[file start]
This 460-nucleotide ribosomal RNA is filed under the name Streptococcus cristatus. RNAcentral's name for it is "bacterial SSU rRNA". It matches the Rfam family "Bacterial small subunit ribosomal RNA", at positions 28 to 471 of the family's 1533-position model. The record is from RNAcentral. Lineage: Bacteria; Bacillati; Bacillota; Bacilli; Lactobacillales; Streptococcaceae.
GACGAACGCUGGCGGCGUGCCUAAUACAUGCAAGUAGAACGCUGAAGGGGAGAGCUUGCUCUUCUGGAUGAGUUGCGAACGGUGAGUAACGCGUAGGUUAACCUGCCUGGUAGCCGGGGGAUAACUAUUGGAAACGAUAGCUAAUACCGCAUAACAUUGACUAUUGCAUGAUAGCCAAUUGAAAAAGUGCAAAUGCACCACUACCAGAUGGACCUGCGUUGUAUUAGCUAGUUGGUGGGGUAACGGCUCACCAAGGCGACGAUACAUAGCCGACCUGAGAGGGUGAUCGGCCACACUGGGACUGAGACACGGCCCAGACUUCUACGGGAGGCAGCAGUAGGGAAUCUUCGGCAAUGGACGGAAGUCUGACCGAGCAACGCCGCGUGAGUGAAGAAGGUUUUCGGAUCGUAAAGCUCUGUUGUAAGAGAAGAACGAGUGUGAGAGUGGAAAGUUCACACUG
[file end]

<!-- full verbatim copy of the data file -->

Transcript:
This 460-nucleotide ribosomal RNA is filed under the name Streptococcus cristatus. RNAcentral's name for it is "bacterial SSU rRNA". It matches the Rfam family "Bacterial small subunit ribosomal RNA", at positions 28 to 471 of the family's 1533-position model. The record is from RNAcentral. Lineage: Bacteria; Bacillati; Bacillota; Bacilli; Lactobacillales; Streptococcaceae.
GACGAACGCUGGCGGCGUGCCUAAUACAUGCAAGUAGAACGCUGAAGGGGAGAGCUUGCUCUUCUGGAUGAGUUGCGAACGGUGAGUAACGCGUAGGUUAACCUGCCUGGUAGCCGGGGGAUAACUAUUGGAAACGAUAGCUAAUACCGCAUAACAUUGACUAUUGCAUGAUAGCCAAUUGAAAAAGUGCAAAUGCACCACUACCAGAUGGACCUGCGUUGUAUUAGCUAGUUGGUGGGGUAACGGCUCACCAAGGCGACGAUACAUAGCCGACCUGAGAGGGUGAUCGGCCACACUGGGACUGAGACACGGCCCAGACUUCUACGGGAGGCAGCAGUAGGGAAUCUUCGGCAAUGGACGGAAGUCUGACCGAGCAACGCCGCGUGAGUGAAGAAGGUUUUCGGAUCGUAAAGCUCUGUUGUAAGAGAAGAACGAGUGUGAGAGUGGAAAGUUCACACUG